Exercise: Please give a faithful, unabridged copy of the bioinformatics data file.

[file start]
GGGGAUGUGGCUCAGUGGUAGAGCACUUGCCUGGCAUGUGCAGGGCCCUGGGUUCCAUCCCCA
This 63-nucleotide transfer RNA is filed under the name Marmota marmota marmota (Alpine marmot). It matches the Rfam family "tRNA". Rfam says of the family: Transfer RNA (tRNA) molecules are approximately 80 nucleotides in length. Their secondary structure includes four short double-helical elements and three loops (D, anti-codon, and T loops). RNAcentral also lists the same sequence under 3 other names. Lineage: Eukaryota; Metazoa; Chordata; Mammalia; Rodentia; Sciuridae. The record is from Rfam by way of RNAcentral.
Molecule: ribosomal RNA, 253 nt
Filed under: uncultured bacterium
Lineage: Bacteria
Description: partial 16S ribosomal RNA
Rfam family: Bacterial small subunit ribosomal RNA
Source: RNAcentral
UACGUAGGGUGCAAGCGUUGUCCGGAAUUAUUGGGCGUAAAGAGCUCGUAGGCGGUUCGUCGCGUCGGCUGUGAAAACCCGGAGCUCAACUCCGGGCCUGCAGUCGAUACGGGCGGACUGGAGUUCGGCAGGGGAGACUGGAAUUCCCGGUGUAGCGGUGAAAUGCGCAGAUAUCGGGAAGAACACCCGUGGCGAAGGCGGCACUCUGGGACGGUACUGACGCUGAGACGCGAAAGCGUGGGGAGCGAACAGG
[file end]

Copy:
GGGGAUGUGGCUCAGUGGUAGAGCACUUGCCUGGCAUGUGCAGGGCCCUGGGUUCCAUCCCCA
This 63-nucleotide transfer RNA is filed under the name Marmota marmota marmota (Alpine marmot). It matches the Rfam family "tRNA". Rfam says of the family: Transfer RNA (tRNA) molecules are approximately 80 nucleotides in length. Their secondary structure includes four short double-helical elements and three loops (D, anti-codon, and T loops). RNAcentral also lists the same sequence under 3 other names. Lineage: Eukaryota; Metazoa; Chordata; Mammalia; Rodentia; Sciuridae. The record is from Rfam by way of RNAcentral.
Molecule: ribosomal RNA, 253 nt
Filed under: uncultured bacterium
Lineage: Bacteria
Description: partial 16S ribosomal RNA
Rfam family: Bacterial small subunit ribosomal RNA
Source: RNAcentral
UACGUAGGGUGCAAGCGUUGUCCGGAAUUAUUGGGCGUAAAGAGCUCGUAGGCGGUUCGUCGCGUCGGCUGUGAAAACCCGGAGCUCAACUCCGGGCCUGCAGUCGAUACGGGCGGACUGGAGUUCGGCAGGGGAGACUGGAAUUCCCGGUGUAGCGGUGAAAUGCGCAGAUAUCGGGAAGAACACCCGUGGCGAAGGCGGCACUCUGGGACGGUACUGACGCUGAGACGCGAAAGCGUGGGGAGCGAACAGG